20. Population-level ecological risk assessment

    National Research Council Canada - National Science Library

    Barnthouse, L. W. (Lawrence W.); Sorensen, Mary T; Munns, Wayne R

    2008-01-01

    ... and Effect Assessment Vethaak, Schrap, de Voogt, editors 2006 Assessing the Hazard of Metals and Inorganic Metal Substances in Aquatic and Terrestrial Systems Adams and Chapman, editors 2006 Pe...

  1. Intestinal cellular localization of PCNA protein and CYP1A mRNA in Atlantic salmon Salmo salar L. exposed to a model toxicant

    Directory of Open Access Journals (Sweden)

    Olsvik Pål A

    2009-03-01

    Full Text Available Abstract Background The aim of the study was to examine the intestinal cellular localization of proliferating cell nuclear antigen (PCNA and cytochrome P450 A1 (CYP1A expression in Atlantic salmon Salmo salar L. exposed to a model toxicant. The stress response was induced by intraperitoneal injection of four salmon with a single dose (50 mg/kg of the CYP1A inducer β-naphthoflavone (BNF and intestinal tissue (mid and distal intestine; MI and DI was sampled seven days later. Samples for histology and gene transcription analysis were collected from four exposed fish and four control fish. PCNA was assessed by immunohistochemistry, CYP1A mRNA was studied by in situ hybridization (ISH and finally the transcription of five genes was quantified by real-time quantitative RT-PCR (real-time RT-PCR; two detoxifying genes (CYP1A and glutathione S-transferase; GST, a stress marker gene (heat shock protein 70; HSP70, PCNA and a gene marker of apoptosis (caspase 6A. Results PCNA protein and CYP1A mRNA were successfully localized in the intestinal cells (MI of both experimental groups. At the cellular level, BNF significantly lowered intestinal cell proliferation and increased the CYP1A mRNA levels compared to the control group. The real-time RT-PCR data, which showed an increased mRNA expression both in the MI and DI of 139- and 62-fold, respectively, confirmed the increased cellular CYP1A mRNA levels detected using ISH. HSP70 expression was also up-regulated in the exposed fish. The other examined genes did not show any differential regulation in the experimental fish group. Conclusion This study showed that CYP1A mRNA had a specific intestinal cellular transcription pattern in Atlantic salmon exposed to BNF. At the cellular level CYP1A mRNA expression was always observed at or around the cell nucleus close to the basolateral cell membrane and at the tissue level CYP1A mRNA expression was most frequently observed in the basal and apex area of the intestinal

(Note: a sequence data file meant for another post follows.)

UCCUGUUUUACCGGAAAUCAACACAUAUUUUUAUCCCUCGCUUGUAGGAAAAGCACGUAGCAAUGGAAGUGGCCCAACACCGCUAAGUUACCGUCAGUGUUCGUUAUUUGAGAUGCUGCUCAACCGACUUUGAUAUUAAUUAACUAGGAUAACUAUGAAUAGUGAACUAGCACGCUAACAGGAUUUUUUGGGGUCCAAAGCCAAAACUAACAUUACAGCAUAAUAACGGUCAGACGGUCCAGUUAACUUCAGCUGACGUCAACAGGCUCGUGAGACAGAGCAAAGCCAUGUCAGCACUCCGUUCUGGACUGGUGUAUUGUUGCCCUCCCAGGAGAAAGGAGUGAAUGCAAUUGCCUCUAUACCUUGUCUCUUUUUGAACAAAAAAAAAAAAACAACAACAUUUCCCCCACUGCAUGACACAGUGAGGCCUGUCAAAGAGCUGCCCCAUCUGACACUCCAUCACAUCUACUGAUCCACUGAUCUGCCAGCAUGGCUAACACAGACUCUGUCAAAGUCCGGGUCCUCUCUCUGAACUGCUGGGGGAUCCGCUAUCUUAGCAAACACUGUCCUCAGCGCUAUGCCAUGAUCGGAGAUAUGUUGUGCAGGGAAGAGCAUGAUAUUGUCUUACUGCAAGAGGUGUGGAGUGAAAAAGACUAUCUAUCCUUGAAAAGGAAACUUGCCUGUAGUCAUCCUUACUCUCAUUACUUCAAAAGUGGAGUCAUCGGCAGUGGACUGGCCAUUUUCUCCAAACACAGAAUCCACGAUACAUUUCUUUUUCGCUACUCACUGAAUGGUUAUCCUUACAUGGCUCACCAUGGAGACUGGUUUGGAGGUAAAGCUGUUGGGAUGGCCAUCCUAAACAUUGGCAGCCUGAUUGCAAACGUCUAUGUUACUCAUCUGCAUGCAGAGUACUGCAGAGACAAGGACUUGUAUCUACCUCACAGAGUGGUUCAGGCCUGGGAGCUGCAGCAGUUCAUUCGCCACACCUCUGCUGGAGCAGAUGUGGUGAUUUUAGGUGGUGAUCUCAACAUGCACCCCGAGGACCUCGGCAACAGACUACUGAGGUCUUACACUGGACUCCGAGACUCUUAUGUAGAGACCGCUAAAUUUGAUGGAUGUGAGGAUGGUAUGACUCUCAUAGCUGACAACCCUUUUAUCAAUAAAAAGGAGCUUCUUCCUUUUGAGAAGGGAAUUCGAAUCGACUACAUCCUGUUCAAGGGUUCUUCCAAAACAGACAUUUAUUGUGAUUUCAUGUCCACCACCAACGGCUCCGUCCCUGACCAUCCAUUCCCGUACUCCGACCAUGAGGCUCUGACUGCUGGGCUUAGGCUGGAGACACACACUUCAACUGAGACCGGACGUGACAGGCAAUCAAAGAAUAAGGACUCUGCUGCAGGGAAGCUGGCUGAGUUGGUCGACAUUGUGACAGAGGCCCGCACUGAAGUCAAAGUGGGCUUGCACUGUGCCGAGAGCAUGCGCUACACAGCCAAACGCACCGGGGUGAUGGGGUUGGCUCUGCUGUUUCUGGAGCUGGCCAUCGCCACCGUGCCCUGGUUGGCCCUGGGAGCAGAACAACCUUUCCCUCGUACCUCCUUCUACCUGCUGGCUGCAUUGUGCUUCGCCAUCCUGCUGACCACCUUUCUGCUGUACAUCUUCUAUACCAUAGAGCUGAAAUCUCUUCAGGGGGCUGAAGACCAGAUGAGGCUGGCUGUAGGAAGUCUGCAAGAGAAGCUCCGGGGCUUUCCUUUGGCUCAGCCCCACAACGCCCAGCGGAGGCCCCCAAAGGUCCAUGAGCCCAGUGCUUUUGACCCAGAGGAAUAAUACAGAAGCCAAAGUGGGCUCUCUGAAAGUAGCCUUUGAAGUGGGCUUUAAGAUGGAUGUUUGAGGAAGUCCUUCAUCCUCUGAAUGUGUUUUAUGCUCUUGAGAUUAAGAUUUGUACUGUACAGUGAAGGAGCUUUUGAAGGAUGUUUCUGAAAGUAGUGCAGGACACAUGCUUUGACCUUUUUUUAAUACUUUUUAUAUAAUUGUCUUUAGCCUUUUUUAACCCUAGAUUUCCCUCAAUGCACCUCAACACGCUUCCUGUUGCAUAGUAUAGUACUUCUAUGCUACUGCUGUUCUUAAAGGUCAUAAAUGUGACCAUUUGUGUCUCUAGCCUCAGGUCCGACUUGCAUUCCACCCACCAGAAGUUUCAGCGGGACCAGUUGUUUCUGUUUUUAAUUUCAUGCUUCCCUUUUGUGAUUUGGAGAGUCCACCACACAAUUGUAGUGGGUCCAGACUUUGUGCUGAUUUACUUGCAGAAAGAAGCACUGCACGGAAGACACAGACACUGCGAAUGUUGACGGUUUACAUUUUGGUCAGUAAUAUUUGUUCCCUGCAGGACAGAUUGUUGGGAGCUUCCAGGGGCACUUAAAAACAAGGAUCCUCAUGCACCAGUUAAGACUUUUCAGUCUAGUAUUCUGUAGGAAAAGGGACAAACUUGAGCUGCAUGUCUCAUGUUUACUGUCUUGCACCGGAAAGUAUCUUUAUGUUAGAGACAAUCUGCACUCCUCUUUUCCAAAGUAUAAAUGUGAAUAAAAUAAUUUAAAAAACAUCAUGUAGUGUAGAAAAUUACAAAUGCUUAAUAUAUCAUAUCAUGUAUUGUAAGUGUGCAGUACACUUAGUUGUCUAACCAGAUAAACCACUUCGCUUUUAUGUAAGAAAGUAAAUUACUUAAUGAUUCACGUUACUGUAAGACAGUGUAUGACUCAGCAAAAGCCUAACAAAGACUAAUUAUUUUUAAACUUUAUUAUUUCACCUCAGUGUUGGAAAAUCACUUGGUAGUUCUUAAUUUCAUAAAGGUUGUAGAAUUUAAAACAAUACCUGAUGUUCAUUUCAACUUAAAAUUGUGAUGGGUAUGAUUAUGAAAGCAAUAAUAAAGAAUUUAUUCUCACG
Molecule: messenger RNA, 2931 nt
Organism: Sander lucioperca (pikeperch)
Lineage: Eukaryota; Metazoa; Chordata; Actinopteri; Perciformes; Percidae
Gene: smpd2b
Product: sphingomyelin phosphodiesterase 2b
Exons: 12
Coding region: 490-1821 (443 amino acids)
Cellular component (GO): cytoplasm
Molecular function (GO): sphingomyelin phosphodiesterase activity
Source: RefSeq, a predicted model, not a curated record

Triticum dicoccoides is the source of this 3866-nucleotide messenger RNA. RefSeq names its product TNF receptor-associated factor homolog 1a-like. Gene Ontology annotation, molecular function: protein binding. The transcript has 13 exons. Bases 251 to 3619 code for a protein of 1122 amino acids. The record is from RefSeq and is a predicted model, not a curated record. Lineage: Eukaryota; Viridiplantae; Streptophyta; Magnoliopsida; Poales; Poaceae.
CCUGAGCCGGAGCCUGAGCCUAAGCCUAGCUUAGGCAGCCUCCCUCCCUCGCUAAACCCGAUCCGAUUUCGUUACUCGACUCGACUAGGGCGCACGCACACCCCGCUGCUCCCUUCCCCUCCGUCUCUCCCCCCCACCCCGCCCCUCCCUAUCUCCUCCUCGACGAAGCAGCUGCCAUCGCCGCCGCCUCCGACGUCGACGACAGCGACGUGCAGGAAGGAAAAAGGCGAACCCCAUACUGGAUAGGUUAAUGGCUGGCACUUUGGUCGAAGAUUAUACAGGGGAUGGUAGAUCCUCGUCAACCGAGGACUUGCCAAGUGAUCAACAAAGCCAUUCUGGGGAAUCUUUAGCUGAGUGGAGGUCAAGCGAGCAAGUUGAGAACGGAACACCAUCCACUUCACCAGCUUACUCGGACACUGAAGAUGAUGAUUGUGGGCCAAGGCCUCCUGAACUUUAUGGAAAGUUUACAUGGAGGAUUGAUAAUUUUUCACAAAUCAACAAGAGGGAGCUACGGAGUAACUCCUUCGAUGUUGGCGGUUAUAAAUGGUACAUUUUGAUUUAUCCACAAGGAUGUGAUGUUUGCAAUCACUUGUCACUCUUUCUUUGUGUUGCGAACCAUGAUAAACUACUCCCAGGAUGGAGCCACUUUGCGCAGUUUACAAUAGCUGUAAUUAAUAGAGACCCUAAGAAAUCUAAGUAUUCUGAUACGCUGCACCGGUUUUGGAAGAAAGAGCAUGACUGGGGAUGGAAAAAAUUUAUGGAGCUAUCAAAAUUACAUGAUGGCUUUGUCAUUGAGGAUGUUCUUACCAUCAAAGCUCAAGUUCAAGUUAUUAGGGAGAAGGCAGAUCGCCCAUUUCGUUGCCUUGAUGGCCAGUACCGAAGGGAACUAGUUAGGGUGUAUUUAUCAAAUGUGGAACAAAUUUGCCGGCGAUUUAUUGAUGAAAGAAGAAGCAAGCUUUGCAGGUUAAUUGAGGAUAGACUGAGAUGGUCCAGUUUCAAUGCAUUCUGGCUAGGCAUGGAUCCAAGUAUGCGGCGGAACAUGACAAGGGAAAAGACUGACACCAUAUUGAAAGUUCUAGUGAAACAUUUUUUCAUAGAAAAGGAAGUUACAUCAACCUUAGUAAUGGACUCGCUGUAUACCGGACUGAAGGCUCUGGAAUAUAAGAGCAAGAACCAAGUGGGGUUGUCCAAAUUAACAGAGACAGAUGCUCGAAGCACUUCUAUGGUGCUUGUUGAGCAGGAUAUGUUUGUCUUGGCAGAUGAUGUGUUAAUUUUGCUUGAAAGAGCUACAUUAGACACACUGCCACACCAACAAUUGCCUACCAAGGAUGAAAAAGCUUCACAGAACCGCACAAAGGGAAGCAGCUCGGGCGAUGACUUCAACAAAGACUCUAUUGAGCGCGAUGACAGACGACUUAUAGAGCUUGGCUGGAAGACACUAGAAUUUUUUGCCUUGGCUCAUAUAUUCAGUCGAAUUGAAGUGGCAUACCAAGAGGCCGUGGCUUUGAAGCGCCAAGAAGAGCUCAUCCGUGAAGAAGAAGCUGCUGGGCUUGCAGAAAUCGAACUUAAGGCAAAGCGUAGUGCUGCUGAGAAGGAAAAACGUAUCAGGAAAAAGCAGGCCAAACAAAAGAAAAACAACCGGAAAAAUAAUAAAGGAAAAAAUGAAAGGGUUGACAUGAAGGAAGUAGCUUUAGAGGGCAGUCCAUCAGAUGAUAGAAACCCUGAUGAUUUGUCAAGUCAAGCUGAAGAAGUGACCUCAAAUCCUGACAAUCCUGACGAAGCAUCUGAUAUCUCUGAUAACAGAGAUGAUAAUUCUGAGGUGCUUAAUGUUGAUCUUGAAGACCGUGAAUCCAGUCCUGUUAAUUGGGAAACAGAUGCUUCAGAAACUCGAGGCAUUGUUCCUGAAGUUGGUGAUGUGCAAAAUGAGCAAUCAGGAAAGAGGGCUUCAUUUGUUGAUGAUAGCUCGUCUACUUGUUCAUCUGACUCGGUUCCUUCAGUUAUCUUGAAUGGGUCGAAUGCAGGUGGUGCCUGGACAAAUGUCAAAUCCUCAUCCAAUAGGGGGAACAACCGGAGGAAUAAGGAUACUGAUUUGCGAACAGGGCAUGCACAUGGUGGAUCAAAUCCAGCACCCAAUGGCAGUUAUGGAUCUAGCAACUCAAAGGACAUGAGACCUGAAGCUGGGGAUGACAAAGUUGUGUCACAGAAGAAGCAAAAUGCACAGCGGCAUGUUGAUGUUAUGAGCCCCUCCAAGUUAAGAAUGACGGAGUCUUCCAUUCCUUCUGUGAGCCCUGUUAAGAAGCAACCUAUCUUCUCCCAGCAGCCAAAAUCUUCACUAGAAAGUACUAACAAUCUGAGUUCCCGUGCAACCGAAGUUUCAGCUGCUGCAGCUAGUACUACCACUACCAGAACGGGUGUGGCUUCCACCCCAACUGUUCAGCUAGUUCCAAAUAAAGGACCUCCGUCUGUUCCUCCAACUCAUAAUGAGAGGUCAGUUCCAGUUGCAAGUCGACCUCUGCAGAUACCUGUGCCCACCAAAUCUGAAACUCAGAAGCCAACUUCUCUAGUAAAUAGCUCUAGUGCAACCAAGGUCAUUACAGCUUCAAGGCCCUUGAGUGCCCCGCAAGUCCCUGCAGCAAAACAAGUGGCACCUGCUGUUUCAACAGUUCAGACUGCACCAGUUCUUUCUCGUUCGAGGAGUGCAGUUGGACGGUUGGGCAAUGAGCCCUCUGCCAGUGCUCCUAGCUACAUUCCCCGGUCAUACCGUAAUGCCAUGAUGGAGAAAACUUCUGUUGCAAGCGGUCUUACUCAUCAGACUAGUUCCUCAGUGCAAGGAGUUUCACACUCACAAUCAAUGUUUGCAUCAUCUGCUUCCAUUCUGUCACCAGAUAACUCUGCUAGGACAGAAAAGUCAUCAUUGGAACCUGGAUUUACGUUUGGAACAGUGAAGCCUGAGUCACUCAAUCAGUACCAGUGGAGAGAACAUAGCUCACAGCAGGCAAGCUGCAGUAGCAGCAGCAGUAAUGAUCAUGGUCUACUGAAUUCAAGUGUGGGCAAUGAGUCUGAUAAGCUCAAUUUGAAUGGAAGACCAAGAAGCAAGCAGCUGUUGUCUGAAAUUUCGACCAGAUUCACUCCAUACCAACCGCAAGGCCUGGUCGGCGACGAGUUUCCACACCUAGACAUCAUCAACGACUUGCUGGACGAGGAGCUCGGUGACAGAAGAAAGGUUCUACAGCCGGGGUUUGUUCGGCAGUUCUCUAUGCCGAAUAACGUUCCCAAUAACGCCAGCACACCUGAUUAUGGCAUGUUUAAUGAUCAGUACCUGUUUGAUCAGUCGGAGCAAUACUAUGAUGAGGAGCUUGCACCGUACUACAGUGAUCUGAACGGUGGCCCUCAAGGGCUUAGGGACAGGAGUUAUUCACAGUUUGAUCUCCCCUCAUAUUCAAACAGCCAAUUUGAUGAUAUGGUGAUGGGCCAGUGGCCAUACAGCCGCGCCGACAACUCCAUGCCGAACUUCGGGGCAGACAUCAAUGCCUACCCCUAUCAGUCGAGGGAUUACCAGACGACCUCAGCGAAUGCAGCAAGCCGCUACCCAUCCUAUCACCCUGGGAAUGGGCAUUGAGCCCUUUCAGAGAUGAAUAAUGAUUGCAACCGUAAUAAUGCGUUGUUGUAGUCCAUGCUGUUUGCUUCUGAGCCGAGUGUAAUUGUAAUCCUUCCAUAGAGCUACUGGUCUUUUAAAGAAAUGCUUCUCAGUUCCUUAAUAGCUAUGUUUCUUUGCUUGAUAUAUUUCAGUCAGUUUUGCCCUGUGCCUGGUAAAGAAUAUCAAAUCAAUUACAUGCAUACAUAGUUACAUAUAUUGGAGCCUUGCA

2. Transgene and immune gene expression following intramuscular injection of Atlantic salmon (Salmo salar L.) with DNA-releasing PLGA nano- and microparticles.

    Science.gov (United States)

    Hølvold, Linn Benjaminsen; Fredriksen, Børge N; Bøgwald, Jarl; Dalmo, Roy A

    2013-09-01

    The use of poly-(D,L-lactic-co-glycolic) acid (PLGA) particles as carriers for DNA delivery has received considerable attention in mammalian studies. DNA vaccination of fish has been shown to elicit durable transgene expression, but no reports exist on intramuscular administration of PLGA-encapsulated plasmid DNA (pDNA). We injected Atlantic salmon (Salmo salar L.) intramuscularly with a plasmid vector containing a luciferase (Photinus pyralis) reporter gene as a) naked pDNA, b) encapsulated into PLGA nano- (~320 nm) (NP) or microparticles (~4 μm) (MP), c) in an oil-based formulation, or with empty particles of both sizes. The ability of the different pDNA-treatments to induce transgene expression was analyzed through a 70-day experimental period. Anatomical distribution patterns and depot effects were determined by tracking isotope labeled pDNA. Muscle, head kidney and spleen from all treatment groups were analyzed for proinflammatory cytokines (TNF-α, IL-1β), antiviral genes (IFN-α, Mx) and cytotoxic T-cell markers (CD8, Eomes) at mRNA transcription levels at days 1, 2, 4 and 7. Histopathological examinations were performed on injection site samples from days 2, 7 and 30. Injection of either naked pDNA or the oil-formulation was superior to particle treatments for inducing transgene expression at early time-points. Empty particles of both sizes were able to induce proinflammatory immune responses as well as degenerative and inflammatory pathology at the injection site. Microparticles demonstrated injection site depots and an inflammatory pathology comparable to the oil-based formulation. In comparison, the distribution of NP-encapsulated pDNA resembled that of naked pDNA, although encapsulation into NPs significantly elevated the expression of antiviral genes in all tissues. Together the results indicate that while naked pDNA is most efficient for inducing transgene expression, the encapsulation of pDNA into NPs up-regulates antiviral responses that could be